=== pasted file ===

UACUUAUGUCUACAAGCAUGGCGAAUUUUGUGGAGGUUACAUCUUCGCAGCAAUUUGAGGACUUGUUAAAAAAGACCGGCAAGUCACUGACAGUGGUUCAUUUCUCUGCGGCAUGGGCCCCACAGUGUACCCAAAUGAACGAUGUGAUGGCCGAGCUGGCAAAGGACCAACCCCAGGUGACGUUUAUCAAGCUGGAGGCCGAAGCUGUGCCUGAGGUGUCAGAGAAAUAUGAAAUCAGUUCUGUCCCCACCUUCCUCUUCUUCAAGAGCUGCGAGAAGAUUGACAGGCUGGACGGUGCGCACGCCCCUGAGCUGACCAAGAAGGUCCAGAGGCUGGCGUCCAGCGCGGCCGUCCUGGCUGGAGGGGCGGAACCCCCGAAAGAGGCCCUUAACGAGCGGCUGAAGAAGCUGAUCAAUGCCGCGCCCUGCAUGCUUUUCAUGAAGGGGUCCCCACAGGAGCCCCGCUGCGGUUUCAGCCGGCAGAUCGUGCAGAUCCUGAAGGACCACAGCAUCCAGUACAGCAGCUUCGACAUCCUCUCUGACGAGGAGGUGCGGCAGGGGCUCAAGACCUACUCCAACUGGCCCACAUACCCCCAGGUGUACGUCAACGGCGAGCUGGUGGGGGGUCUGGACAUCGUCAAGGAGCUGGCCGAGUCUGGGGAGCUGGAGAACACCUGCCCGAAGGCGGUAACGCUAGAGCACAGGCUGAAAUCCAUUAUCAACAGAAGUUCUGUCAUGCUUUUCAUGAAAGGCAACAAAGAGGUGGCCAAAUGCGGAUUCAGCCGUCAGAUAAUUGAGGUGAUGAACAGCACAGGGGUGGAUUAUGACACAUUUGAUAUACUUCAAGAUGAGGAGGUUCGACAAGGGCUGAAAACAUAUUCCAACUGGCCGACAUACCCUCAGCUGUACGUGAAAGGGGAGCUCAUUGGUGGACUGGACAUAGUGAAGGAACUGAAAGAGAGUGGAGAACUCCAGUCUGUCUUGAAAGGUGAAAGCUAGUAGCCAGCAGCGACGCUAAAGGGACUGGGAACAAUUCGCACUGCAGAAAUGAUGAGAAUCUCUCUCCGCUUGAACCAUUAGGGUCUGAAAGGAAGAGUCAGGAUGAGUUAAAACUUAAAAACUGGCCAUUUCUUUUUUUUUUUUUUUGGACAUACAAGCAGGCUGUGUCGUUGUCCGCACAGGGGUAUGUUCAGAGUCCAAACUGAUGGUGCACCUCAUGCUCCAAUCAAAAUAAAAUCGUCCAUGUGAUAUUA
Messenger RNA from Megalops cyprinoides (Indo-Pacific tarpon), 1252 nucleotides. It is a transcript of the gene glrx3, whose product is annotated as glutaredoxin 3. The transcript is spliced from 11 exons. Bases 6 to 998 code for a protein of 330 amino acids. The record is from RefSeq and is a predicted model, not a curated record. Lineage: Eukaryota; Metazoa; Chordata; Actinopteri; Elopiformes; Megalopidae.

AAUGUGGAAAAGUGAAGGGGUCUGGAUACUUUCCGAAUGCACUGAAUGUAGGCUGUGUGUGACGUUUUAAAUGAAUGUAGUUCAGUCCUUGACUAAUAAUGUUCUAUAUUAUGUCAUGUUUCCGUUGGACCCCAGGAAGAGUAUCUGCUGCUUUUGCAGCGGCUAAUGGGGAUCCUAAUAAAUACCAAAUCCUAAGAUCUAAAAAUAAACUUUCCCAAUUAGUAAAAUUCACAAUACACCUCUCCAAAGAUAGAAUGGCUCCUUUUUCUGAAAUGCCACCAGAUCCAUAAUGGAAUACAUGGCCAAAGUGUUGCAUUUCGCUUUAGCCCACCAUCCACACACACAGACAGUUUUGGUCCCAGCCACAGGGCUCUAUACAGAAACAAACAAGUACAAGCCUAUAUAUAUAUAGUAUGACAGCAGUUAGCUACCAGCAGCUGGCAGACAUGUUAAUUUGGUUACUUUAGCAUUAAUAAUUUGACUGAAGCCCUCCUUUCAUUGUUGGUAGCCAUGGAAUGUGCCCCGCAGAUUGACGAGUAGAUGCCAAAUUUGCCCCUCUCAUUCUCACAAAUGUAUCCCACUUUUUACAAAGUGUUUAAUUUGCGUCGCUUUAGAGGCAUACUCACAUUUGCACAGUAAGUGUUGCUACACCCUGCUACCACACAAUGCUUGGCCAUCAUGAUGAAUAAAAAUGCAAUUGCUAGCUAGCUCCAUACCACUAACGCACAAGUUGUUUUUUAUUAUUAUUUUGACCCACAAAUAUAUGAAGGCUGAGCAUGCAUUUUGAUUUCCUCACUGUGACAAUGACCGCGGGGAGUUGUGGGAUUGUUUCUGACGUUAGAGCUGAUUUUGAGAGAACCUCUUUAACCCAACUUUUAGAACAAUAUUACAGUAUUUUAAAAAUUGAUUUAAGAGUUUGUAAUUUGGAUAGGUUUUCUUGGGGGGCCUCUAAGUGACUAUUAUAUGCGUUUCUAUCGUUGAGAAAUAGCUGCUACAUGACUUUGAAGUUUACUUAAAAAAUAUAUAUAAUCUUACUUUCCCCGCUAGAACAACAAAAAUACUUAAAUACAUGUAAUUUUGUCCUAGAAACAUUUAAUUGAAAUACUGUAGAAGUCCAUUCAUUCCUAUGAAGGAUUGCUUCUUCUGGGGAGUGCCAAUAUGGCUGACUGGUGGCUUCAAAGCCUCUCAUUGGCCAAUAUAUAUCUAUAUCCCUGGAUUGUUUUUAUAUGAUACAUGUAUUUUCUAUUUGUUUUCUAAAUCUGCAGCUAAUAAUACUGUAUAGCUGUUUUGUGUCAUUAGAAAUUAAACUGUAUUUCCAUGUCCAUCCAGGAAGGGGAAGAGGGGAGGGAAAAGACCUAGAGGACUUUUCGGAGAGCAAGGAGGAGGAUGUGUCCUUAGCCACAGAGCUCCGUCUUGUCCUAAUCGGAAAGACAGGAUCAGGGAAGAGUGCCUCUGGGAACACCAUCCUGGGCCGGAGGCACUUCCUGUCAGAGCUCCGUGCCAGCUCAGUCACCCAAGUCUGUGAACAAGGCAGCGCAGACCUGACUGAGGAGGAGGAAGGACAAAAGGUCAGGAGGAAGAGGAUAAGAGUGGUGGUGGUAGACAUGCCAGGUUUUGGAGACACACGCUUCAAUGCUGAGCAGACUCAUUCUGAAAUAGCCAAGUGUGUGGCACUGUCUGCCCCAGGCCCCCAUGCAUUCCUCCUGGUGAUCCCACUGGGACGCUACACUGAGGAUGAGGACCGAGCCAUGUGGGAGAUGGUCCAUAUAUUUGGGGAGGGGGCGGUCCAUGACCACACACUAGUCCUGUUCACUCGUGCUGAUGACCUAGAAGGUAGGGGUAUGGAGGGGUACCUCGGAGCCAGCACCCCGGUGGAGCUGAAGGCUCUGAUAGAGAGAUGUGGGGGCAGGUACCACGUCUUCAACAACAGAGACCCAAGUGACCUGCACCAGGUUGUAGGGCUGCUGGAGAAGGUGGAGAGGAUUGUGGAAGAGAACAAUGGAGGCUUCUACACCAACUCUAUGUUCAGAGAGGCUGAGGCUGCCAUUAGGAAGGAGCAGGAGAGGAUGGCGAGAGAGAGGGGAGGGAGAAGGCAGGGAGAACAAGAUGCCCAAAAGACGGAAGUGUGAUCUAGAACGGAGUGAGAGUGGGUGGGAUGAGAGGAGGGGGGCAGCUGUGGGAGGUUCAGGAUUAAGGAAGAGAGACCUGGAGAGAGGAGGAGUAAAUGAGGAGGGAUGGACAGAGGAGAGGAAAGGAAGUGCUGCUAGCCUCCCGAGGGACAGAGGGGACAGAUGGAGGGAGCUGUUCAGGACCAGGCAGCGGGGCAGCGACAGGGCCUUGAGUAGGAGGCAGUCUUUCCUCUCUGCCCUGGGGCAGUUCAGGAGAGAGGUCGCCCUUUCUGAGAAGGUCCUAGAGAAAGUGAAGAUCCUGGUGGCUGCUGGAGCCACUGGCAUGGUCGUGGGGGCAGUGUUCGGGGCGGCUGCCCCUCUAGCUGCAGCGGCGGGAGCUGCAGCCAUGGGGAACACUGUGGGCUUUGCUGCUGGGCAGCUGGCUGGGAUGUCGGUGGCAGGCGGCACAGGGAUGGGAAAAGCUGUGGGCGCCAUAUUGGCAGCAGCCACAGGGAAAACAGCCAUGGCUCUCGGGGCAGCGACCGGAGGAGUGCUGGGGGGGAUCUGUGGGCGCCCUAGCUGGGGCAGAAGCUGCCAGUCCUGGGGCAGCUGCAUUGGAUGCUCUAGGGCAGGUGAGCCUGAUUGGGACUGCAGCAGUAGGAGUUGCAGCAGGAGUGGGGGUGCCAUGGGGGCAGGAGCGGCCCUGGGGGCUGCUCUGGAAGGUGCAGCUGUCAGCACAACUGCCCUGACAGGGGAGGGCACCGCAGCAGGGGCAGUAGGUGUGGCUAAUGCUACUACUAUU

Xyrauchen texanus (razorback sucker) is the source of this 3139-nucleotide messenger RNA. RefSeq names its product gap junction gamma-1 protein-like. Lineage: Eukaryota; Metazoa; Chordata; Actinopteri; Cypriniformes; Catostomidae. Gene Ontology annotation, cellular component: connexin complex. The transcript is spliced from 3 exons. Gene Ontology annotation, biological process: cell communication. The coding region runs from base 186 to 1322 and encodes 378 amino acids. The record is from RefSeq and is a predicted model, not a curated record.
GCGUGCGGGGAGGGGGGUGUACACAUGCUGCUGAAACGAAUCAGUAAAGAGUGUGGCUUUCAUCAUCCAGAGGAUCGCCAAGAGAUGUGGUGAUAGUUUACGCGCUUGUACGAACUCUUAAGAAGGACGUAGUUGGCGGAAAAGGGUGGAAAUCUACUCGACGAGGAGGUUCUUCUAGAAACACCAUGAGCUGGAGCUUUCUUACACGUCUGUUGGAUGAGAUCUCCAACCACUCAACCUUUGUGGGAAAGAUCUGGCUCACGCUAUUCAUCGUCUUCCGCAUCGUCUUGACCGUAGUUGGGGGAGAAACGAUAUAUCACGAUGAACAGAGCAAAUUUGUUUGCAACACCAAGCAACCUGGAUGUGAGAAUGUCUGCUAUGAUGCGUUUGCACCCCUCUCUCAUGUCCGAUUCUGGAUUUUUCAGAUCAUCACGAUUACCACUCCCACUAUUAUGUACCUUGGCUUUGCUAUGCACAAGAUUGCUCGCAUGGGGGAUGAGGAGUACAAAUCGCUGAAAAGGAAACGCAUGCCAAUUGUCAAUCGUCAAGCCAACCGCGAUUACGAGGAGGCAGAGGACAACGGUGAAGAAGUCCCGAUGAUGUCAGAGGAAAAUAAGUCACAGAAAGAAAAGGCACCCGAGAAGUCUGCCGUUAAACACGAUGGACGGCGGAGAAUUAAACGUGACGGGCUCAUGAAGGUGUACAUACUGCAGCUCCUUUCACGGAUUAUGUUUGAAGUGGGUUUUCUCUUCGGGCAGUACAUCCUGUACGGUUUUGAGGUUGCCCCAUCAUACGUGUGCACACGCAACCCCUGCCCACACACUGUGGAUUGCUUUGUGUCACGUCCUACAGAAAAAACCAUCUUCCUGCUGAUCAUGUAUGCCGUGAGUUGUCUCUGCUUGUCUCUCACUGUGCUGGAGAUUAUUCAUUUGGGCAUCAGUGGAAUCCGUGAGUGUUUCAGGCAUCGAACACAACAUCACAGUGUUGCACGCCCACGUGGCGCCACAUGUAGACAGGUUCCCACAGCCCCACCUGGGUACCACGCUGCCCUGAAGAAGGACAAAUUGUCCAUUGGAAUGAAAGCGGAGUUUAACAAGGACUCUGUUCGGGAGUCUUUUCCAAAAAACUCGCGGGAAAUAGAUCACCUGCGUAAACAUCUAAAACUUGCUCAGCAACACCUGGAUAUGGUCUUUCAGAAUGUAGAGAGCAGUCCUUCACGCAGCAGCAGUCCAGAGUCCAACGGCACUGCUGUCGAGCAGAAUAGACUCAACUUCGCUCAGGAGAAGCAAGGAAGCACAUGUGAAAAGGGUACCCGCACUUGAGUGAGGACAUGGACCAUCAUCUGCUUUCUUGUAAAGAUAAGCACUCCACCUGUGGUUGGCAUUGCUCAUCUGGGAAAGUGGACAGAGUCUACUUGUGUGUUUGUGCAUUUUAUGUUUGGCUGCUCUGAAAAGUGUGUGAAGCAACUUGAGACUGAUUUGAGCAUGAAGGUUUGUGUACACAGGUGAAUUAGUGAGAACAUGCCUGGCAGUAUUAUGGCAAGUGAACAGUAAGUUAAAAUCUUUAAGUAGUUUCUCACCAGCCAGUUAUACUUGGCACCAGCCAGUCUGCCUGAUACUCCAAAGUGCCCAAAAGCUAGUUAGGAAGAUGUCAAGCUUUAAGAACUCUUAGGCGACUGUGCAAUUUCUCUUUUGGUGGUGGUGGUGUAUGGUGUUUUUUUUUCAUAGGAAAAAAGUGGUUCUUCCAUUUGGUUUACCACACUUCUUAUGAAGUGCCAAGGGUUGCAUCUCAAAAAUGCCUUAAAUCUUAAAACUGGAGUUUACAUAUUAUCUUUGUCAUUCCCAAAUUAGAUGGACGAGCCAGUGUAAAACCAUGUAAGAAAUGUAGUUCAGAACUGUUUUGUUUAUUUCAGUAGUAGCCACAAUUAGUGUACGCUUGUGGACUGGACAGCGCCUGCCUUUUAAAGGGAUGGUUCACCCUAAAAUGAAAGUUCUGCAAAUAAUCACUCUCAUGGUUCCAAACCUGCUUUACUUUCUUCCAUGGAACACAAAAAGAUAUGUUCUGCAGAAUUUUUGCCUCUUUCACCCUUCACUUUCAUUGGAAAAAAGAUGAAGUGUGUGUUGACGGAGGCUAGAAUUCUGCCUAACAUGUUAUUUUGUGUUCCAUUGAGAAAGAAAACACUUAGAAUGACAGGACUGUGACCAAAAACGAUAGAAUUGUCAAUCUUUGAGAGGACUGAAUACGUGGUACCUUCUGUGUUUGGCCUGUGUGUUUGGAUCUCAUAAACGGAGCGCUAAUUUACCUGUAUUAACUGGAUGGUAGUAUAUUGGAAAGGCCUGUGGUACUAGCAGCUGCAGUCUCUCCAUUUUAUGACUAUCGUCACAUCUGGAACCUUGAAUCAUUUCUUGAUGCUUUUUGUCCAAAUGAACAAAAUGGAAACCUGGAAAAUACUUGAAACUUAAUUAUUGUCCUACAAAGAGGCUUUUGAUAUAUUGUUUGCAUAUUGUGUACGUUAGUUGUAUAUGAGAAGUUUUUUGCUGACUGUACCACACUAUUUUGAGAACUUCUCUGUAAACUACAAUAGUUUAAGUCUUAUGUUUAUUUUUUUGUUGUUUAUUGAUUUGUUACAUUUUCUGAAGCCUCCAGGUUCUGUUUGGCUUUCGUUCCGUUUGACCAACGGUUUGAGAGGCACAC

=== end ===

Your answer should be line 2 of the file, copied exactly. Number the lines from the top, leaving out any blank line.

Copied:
Messenger RNA from Megalops cyprinoides (Indo-Pacific tarpon), 1252 nucleotides. It is a transcript of the gene glrx3, whose product is annotated as glutaredoxin 3. The transcript is spliced from 11 exons. Bases 6 to 998 code for a protein of 330 amino acids. The record is from RefSeq and is a predicted model, not a curated record. Lineage: Eukaryota; Metazoa; Chordata; Actinopteri; Elopiformes; Megalopidae.